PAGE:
Lift “all sanctions on Zimbabwe”, Christian Leaders Say, Urge “citizen-centered process”

Members of the Zimbabwe Heads of Christian Denominations (ZHOCD) at a press conference in Harare in 2019. Credit: ZHOCD

There is need to lift “all sanctions on Zimbabwe” and to adopt a process that is “citizen-centered”, Christian leaders under the auspices of  Zimbabwe Heads of Christian Denominations (ZHOCD) have said in a statement.

In 2003, the U.S. and other Western governments imposed sanctions on Zimbabwe “for alleged election rigging and human rights abuses,” Voice of America has reported.

In their 13-point “briefing note on sanctions” published earlier this week, ZHOCD members “call for the removal of all sanctions on Zimbabwe and for the government of Zimbabwe to address the issues raised by the sanctions regimes through a citizen - centered process.”

They addressed themselves to the UN Special Rapporteur, visiting the Southern African nation and highlighted the purpose of her visit.

“We understand you are in Zimbabwe to ascertain the extent of the negative impact of unilateral coercive measures on the enjoyment of human rights,” ZHOCD members who include members of the Zimbabwe Catholic Bishops’ Conference (ZCBC) say in reference to Alena Douhan.


They added, “We also understand that you and your team will collect information and hold a series of meetings with Government authorities, civil society organizations, private sector and opposition political parties.”

The Christian leaders provide the background of the sanctions imposed on the country close to two decades ago saying, “The USA enforced sanctions on Zimbabwe through the Zimbabwe Democracy and Economic Recovery Act (ZIDERA) of 2001, Executive Orders (EOs) that are implemented through the Office of Foreign Assets Control (OFAC) since 2003 and exclusion of Zimbabwe from the African Growth and Opportunity Act (AGOA) of 2000.”

“The European Union (EU) sanctions on Zimbabwe, officially referred to as restrictive measures, were imposed in 2002 by Common Position 2002/145/CFSP,” ZHOCD members add.

The two sets of sanctions were imposed, the faith-based leaders tell Ms. Douhan, “against the background of Zimbabwe’s economic mismanagement, undemocratic practices, human rights violations and political repression.”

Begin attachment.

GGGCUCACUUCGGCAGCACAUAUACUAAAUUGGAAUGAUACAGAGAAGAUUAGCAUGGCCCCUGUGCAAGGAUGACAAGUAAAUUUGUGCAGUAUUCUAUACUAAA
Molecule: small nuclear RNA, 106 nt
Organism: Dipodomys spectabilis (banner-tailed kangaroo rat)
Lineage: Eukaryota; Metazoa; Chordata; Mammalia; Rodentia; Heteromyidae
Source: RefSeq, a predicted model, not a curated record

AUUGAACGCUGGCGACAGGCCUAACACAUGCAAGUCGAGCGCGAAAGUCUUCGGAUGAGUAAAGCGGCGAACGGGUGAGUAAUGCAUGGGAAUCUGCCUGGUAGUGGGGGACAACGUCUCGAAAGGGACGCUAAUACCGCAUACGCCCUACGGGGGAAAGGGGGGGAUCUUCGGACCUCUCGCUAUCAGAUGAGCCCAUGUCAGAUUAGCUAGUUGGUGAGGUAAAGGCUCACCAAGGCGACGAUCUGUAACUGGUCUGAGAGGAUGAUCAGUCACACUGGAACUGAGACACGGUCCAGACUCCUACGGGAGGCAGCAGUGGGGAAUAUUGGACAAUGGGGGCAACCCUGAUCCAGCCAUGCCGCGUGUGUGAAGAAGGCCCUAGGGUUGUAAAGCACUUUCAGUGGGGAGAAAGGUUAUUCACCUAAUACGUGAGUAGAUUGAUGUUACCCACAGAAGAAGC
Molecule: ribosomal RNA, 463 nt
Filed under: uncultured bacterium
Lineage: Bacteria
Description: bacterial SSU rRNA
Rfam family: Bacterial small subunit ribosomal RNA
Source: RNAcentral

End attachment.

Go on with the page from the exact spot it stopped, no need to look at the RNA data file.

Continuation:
According to the Christian leaders, the imposed sanctions “have not achieved their intended purpose … are devoid of a broader national settlement framework, and remain elitist and exclude the participation of citizens.”

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“Any assessment of effects of these sanctions will show that they have not produced the intended results. Rather these sanctions have been used by some to justify government’s failure to provide services and national development,” ZHOCD members say in their statement dated October 22.

The sanctions, the Christian leaders further say, have “created Zimbabwe as a negative investment environment in a way negatively affecting ordinary citizens and not those targeted.”

They decry the fact that “those who have imposed sanctions on Zimbabwe have closed any meaningful communication doors with the government of Zimbabwe so that they have not been able to influence other aspects of democratic development.”

The Southern African nation “is confronted by many complex and interrelated issues that cannot be addressed in isolation to each other,” the Christian leaders note, making reference to their National Settlement proposal.

In this proposal, ZHOCD members say they have suggested that the humanitarian challenges the country is facing, which have been made worse by COVID-19, be addressed; that the 2013 constitution is implemented “by making sure the laws are properly aligned and key institutions are reformed.”


They have also suggested “rebooting the fragile economy which has struggled due to lack of international investments but also affected by corruption.”

“Healing and reconciliation of the hurts of the past that continue to pose threats for national unity” need to be addressed as well as “international isolation characterized by the sanctions”, the Christian leaders say, and add, “As ZHOCD, we believe, the sanctions discussion should not be dealt with outside the broader national challenges.”

They bemoan the fact that discussions around sanctions imposed on Zimbabwe have “excluded the participation of citizens” and acknowledge with appreciation the decision by the UN Special Rapporteur “to engage citizens” in her “fact-finding mission”.

“Real participation happens when an International Re-Engagement Forum on Zimbabwe is established in which different citizens’ groups are involved,” the Christian leaders observe, and add, “Current reengagement dialogues tend to be secretive and are not accessible to the public. This does not allow full citizen participation.”

“We hope that this consultation you have started will also enable citizens’ voices to be heard and taken seriously,” ZHOCD members say in their note to UN Special Rapporteur, Ms. Douhan.

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Magdalene Kahiu is a Kenyan journalist with passion in Church communication. She holds a Degree in Social Communications from the Catholic University of Eastern Africa (CUEA). Currently, she works as a journalist for ACI Africa.